A high-profile analyst has warned that poor corporate governance at companies almost always leads to returns to shareholders being compromised, with David Jones and Treasury Wine Estates sounding alarm bells.

David Errington, an analyst at Bank of America Merrill Lynch, said that when good corporate governance breaks down, it invariably leads to a poor outcome for shareholders in the short term as financial performance deteriorates and managers become disenfranchised.

Just when shareholders have all but given up, there is often a share price windfall because the company is invariably taken over by a predator that can run the company better.

He says “we have raised our eyebrows” at some of the press coverage over David Jones concerning the relationship the board has with senior management, which reportedly led to the resignation of the chief executive.

Mr Errington didn’t name either Peter Mason, the chairman of David Jones, or the chief executive Paul Zahra.

There has been speculation their relationship had become frosty and led to the decision to resign by Mr Zahra late last year, even though he remains in the role until a replacement is found.

A commissioner at the Australian Securities and Investments Commission, John Price, said its decision to close its insider trading case against two David Jones directors who bought 32,500 shares while in possession of market-sensitive information did not clear the company.

“It is not an exoneration. It is not a clean bill of health and it is not ASIC’s tick of approval,” Mr Price writes in an opinion article in this edition of The Australian Financial Review.

“A ‘No Further Action’ letter is just an acknowledgment that at a point in time, there is insufficient evidence to take the matter further. And in these letters we spell out that if new evidence comes to light, the matter may be re-opened.

“Good practice is important and should be encouraged, but ASIC can only enforce the law not what is best practice,” Mr Price said. “We are not about giving a running commentary to the market on what are or are not good practices.”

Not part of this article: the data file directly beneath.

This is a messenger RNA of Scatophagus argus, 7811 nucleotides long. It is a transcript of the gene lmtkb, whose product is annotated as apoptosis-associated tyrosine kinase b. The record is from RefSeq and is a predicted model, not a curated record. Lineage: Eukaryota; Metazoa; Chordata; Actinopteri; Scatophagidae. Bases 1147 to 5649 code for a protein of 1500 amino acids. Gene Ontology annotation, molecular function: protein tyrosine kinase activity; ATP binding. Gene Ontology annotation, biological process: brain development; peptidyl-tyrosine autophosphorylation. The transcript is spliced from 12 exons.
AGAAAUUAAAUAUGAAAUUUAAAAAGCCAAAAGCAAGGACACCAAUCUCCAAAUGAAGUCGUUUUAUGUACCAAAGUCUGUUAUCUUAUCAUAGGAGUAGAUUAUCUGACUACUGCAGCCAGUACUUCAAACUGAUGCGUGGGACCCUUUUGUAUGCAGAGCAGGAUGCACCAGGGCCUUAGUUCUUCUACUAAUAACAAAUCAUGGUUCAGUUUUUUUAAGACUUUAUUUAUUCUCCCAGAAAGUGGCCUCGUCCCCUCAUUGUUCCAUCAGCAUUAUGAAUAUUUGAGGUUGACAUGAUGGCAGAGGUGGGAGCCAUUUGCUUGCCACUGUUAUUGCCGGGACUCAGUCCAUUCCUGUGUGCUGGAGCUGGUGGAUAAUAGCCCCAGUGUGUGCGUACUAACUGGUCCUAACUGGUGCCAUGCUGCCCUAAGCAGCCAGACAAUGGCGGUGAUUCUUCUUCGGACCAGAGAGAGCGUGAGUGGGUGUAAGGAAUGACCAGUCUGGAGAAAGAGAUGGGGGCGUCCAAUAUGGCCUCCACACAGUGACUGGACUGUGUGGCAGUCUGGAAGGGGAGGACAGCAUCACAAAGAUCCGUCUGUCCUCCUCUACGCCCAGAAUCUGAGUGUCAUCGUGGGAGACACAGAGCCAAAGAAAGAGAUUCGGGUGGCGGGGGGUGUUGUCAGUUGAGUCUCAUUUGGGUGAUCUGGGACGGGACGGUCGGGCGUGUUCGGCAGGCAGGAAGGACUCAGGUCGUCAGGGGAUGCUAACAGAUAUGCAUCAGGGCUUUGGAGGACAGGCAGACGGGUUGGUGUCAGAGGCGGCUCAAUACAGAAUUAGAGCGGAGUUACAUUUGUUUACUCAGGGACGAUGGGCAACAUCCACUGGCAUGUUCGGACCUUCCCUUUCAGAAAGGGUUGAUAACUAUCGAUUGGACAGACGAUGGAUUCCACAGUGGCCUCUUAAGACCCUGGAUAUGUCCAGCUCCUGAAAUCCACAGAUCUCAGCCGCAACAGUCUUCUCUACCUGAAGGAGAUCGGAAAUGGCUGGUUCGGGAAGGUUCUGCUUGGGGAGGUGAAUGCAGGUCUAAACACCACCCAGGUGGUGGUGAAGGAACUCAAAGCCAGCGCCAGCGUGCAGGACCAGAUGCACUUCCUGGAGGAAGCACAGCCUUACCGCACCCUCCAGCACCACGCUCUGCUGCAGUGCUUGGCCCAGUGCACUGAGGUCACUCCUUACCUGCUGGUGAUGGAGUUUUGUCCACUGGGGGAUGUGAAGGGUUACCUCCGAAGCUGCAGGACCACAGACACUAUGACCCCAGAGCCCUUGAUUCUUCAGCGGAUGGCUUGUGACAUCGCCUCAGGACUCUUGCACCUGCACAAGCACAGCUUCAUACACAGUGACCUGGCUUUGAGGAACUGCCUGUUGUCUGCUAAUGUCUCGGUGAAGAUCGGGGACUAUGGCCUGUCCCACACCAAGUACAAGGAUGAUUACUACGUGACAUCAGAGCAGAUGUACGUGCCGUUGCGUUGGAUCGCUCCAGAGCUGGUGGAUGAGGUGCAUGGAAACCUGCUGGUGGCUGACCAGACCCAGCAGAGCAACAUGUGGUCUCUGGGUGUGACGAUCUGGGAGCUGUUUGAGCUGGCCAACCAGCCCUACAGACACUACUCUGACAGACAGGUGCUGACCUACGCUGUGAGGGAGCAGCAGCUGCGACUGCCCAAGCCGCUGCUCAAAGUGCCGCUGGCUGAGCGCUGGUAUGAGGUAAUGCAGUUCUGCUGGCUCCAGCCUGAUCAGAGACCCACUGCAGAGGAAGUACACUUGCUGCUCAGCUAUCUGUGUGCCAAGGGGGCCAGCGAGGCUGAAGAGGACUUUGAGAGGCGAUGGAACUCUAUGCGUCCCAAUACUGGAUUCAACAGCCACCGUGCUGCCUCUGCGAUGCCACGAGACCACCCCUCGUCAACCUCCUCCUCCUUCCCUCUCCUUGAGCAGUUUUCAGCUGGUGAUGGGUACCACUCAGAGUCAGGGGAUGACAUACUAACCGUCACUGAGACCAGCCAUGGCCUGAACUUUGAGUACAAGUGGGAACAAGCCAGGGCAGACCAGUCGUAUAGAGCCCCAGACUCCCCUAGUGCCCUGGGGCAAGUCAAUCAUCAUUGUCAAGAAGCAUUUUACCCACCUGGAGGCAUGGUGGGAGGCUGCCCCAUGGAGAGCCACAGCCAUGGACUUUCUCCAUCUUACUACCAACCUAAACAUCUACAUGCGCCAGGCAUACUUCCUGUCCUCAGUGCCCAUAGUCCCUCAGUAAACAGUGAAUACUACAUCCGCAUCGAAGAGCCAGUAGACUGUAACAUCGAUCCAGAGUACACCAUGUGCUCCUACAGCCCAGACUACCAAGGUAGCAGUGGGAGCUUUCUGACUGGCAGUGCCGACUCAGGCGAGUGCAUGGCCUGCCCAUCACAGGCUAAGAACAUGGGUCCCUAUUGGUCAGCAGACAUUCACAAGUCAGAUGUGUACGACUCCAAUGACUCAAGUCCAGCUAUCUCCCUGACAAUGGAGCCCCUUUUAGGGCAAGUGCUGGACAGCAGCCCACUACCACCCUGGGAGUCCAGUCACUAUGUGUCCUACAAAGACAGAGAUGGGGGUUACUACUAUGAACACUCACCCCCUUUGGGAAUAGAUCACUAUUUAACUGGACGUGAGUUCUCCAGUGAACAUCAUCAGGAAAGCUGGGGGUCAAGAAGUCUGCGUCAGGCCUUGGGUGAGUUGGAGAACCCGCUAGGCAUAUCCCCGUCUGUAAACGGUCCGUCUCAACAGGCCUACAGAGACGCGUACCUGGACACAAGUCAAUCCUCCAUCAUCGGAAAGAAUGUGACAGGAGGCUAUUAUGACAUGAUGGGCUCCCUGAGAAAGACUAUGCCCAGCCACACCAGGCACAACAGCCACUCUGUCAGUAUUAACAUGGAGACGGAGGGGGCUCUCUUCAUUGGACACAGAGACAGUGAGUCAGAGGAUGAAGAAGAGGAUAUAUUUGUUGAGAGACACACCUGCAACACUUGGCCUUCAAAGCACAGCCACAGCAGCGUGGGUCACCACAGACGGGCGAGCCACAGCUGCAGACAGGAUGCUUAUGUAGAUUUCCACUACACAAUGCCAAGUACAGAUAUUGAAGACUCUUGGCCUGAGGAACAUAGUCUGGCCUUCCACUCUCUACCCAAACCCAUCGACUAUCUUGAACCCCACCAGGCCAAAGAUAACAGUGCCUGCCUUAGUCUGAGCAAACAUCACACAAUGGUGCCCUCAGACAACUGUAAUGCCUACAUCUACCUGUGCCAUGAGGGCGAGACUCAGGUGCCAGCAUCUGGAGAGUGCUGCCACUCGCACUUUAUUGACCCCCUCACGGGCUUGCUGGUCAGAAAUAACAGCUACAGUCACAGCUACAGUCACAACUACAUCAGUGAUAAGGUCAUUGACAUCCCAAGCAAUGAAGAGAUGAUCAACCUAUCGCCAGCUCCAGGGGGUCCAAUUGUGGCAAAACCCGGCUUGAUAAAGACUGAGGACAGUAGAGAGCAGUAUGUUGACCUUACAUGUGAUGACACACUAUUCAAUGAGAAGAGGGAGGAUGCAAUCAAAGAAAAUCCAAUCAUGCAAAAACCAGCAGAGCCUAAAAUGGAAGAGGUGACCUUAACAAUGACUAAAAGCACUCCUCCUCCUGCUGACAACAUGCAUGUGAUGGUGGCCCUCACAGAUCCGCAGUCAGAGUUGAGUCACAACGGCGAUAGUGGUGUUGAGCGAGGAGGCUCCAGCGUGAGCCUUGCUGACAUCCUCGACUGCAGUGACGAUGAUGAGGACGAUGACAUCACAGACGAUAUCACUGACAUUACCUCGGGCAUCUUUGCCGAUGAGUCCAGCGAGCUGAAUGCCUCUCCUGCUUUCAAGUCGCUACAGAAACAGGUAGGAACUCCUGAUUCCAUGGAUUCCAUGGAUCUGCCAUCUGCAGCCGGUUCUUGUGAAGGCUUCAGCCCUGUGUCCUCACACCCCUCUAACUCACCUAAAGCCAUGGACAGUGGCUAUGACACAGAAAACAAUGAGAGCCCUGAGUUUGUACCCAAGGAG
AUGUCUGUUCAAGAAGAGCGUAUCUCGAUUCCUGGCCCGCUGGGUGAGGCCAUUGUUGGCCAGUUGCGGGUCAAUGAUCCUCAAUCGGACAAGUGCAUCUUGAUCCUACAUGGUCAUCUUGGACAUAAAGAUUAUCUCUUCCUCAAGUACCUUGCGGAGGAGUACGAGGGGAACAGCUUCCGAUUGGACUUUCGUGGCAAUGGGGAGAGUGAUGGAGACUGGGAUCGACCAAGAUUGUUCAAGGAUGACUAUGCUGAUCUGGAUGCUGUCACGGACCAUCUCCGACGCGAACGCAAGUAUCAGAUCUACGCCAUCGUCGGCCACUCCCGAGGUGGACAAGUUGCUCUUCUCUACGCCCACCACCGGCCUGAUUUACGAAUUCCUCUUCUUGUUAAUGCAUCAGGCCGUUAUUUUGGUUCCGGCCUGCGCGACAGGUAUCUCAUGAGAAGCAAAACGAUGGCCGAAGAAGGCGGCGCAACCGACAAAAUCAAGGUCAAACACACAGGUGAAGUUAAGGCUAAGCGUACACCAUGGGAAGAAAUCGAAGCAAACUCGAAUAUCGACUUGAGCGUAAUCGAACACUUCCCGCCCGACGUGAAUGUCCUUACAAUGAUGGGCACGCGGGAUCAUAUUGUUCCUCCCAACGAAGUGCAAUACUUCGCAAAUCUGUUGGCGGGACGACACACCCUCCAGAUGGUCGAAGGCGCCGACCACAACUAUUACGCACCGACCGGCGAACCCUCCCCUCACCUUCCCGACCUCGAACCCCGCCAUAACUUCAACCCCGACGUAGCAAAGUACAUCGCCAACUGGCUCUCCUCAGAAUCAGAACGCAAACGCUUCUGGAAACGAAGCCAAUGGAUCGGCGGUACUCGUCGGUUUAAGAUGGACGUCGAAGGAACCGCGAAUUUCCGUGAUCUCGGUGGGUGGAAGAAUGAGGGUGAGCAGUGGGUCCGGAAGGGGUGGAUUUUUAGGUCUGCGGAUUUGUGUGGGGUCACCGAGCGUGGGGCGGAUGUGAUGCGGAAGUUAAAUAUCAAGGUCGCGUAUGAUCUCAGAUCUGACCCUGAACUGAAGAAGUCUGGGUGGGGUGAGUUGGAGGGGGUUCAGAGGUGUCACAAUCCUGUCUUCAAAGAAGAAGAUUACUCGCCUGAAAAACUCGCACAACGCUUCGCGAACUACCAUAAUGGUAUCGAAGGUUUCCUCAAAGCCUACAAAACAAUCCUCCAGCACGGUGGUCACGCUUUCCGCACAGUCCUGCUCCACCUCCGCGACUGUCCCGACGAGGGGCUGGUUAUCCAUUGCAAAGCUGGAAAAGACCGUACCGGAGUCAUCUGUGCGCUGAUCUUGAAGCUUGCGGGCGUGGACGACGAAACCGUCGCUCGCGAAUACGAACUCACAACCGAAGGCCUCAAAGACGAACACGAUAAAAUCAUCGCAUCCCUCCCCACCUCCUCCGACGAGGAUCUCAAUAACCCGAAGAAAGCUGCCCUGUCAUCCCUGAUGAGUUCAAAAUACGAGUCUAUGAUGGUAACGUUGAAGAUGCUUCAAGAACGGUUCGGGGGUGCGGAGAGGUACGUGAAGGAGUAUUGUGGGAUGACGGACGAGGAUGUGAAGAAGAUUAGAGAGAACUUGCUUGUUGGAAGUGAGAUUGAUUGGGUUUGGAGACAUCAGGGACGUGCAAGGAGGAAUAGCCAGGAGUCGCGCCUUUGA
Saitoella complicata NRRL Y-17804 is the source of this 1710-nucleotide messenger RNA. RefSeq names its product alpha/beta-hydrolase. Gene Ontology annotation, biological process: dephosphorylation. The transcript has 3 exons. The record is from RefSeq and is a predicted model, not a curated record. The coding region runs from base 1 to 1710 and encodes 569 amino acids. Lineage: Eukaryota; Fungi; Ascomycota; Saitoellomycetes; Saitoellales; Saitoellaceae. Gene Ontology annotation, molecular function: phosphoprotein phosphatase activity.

The comments appear to contradict ASIC chairman Greg Medcraft – conspicuously absent during the controversy – who has long promoted his agenda to lift industry standards rather than fight legal cases.

“ASIC is no longer just a law enforcement body,” Mr Medcraft said soon after being appointed chairman.

Litigation is a “very costly, heavy too . . . I believe it is better to talk and engage and try to work things through [with the industry]”.

Mr Medcraft has been hand-picked to head a federal government panel formed to lift ethical standards across the financial industry.

Regulation experts, who declined to be named to avoid publicly criticising ASIC, were puzzled by Mr Price’s comments that ASIC has no role to play in enforcing best practice.

David Jones chairman Mr Mason has claimed the directors’ trades one day after receiving a $3 billion merger proposal from Myer were not insider trading because the deal was “never going to fly”.

Myer said the bid which was worked on by Goldman Sachs, consultant Bain & Co, law firms Allens and Clayton Utz, and accounting firm KPMG and involved “significant analysis . . . over an extended period”.

The director trades were made three days before a better than expected quarterly sales update which sent David Jones stock soaring 15 per cent to $3.08.

In addition to ASIC’s decision to close the insider trading case, the case raises questions about whether the proposal made on October 28 should have been disclosed to the market and whether the board fulfilled its obligations by rejecting the deal overnight – although it was not formally rejected until a month later.

Source: Financial Review